Sweden, home of many very successful technology companies, has a lot to say about how China can be more innovative and successful.

Sweden’s unique advantage for global market: its size. Given that the market size is small compared many others, companies are automatically geared towards the global market. This, interestingly, is exactly where Chinese companies have a big problem. Their market is so large that their first consideration is domestic, then global. However, going outward, rather than beginning outward, can be amazingly difficult.

This was exactly the topic of the Sino-Swedish Innovation & Entrepreneurship Forum held on November 21, 2016 at the Zhongguancun Yonghe Hanxing Science Park in Beijing.

With an entrepreneurial culture tied to the Nordic tradition of solitary living and, some may even say, going all the way back to the Vikings, Sweden and China are at opposite ends of many spectrums. So, to learn more about Swedish entrepreneurial culture, its games industry, and what China can learn from it, we spoke with Peter Levin, CEO of Goodbye Kansas, a VFX, motion capture, and animation company whose studios have been involved in some of the biggest AAA games in recent memory.

Peter Levin, CEO of Goodbye Kansas

Peter Levin, CEO of Goodbye Kansas

How did you get started in the games industry?

I got started because I was interested in creative people and creative businesses. I’m not that kind of person myself; I’m more of a complement to them. In the late 80s, I started a business that imported and distributed Sega in the Nordic countries. At the same time, I also started working with games studios because that’s where you can create real value: your own IP or educating or developing studios and people. In 1996, I was headhunted to Electronic Arts.

How does China fit into your company or your personal vision?

Everything we do is trying to act global. When Western people say that unfortunately, they don’t necessarily mean Asia for one reason or another, but adding China and Asia is an amazing thing. I’ve always been challenged by China.

The game industry is quite young, about 35 years old. The VFX industry is younger, about 25 years old. Now, those two industries are growing like never before globally. We have two approaches now with China: one is to work with the film and TV industry and then, of course, with the games industry.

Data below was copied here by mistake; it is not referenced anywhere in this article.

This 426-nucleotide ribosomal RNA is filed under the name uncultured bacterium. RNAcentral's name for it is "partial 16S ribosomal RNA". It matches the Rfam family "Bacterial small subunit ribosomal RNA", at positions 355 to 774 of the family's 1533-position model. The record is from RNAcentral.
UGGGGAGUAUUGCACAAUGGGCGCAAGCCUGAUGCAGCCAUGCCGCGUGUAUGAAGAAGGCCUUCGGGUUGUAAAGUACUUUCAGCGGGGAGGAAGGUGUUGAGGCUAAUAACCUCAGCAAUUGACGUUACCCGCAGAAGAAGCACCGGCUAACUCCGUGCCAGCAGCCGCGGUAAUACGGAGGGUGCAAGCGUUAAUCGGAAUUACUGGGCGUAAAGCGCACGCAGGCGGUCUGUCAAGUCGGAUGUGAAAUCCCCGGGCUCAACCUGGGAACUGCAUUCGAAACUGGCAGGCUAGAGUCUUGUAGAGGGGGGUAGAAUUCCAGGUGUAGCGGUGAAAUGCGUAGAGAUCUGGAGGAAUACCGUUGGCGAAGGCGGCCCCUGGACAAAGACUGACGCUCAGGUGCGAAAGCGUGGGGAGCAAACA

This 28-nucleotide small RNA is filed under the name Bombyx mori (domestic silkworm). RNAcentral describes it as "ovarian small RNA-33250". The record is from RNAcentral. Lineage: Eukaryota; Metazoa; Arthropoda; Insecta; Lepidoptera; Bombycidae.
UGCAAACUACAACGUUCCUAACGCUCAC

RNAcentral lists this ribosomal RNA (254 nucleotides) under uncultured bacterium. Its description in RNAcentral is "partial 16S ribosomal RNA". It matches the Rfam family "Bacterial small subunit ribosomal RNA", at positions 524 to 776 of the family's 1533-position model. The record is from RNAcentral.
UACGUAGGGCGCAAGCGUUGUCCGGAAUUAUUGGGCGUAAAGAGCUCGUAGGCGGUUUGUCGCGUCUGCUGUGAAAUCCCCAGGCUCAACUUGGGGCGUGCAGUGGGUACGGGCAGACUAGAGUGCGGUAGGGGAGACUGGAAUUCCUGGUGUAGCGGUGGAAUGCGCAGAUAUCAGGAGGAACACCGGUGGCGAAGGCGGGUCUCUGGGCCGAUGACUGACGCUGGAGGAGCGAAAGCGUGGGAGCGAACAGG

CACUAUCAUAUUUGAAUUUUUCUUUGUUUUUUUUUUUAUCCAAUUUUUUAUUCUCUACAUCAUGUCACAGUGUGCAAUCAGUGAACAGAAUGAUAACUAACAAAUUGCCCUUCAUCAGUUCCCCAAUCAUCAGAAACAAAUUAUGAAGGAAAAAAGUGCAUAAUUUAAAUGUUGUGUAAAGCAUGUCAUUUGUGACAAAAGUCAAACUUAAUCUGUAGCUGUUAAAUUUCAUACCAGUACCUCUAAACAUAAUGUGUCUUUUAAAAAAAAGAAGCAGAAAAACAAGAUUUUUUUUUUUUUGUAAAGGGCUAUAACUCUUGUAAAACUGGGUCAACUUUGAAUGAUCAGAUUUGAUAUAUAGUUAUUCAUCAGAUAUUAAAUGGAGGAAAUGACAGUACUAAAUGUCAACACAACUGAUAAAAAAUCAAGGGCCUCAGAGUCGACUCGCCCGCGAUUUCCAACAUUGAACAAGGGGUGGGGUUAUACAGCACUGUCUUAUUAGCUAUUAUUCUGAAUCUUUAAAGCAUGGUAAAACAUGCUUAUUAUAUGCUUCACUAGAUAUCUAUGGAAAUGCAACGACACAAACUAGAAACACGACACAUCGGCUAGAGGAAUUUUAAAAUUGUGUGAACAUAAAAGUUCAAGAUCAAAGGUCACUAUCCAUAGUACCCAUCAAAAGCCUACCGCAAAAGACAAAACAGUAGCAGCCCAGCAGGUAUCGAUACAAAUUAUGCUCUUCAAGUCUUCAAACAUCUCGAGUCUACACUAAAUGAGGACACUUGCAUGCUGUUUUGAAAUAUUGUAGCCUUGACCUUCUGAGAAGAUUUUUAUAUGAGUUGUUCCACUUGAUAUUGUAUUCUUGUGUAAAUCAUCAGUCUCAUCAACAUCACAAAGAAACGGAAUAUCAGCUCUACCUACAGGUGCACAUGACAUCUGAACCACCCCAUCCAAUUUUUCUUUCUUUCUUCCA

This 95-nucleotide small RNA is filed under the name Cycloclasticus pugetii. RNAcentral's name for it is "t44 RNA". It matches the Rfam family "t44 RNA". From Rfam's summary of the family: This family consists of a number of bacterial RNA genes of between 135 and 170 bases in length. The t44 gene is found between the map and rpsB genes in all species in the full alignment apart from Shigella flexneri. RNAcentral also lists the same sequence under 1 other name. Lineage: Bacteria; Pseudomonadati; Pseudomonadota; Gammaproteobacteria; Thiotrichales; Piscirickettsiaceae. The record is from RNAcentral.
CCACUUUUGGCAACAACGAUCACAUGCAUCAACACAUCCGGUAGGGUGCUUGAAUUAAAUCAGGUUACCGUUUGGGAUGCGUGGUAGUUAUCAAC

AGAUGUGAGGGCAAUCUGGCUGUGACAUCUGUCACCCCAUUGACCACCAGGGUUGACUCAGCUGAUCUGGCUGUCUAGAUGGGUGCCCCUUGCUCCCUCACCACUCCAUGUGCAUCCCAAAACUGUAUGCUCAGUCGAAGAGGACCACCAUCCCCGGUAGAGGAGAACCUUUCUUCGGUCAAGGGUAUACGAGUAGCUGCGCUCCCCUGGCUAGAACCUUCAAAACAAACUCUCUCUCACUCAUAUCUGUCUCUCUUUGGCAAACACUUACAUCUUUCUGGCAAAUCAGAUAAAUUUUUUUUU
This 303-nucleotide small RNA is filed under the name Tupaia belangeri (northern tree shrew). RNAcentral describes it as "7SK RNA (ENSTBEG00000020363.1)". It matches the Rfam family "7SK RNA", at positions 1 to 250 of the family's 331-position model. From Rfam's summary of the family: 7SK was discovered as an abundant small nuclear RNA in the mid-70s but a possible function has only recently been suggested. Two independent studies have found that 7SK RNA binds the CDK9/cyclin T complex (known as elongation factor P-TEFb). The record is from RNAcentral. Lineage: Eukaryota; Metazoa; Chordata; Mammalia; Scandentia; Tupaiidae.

Sweden has had a number of successes in the games industry over the past decade, in part because of the engineering as art heritage we received from Ericsson and Volvo. What we have developed is skill, responsibility, and transparency that is very different from the development approaches by studios in UK or France, for instance.

Now we are seeing the second wave, in the Swedish and global markets, where indie developers can go directly to consumers through online distribution platforms and we want to make sure to be involved in helping Chinese indie developers.

How do you see Goodbye Kansas getting more involved with game developers in China?

We’ve had Chinese developers and publishers visit us in Stockholm and now I’m here in Beijing. What we talk about is how our game development model is a bit different. We typically own never less than 25% and never more than 50% because we want to encourage studios to feel a sense of ownership. We then support them with resources from our executive producers, our services from VFX and animation companies, all the dull things like bookkeeping, and money.

We see Goodbye Kansas as a building bridges with investment going both ways. More importantly, its about exchanging knowledge. We have in our ecosystem, Goodbye Kansas GameInvest, young and senior producers and developers who are looking for more opportunities all around the world.

What are some of the challenges you see in trying to be a bridge?

From my experience here in China six years ago, there most certainly are cultural challenges, but Swedes are familiar working around these challenges; even in the Nordic region, there are different cultures. Coming to China there will of course be some big challenges, but the challenge is one of the reasons we want to do it: it’s great fun and interesting to get know other cultures. And, with China’s influence in global markets, you just have to bridge that.

One big challenge we see are differences in aesthetics; Chinese people prefer much more colorful, flamboyant games. Another challenge is mobile. We don’t do mobile because it’s extremely crowded and we don’t have the skills in house, but that may change in the future with more cooperation with Chinese developers and publishers.

What would say Sweden has to learn from China? What do you think China has to learn from Sweden?

I think we have everything to learn from a country like China that has grown so rapidly over just a short period. We have a lot to learn from that rapid growth, but also how to manage that growth.

The other way around, when I meet Chinese people, they are always so curious how could a country survive, much less be successful in that climate, with only 10 million people in a huge area. Our entrepreneurship started a long time ago, maybe even with the Vikings on how to survive and develop further. And, more recently, we have seen a lot of success stories over the last 10-15 years with one success feeding another. With Swedes being normally quite solitary, we are still very loyal.

I believe that the growing VFX industry along with the games industry is a very interesting mixture and fits very well with China. The Chinese film industry is like Klondike during the Gold Rush. Then, of course, there’s AR and VR where China is a bit ahead. We are doing VR stuff as well, but the market itself is not that big yet.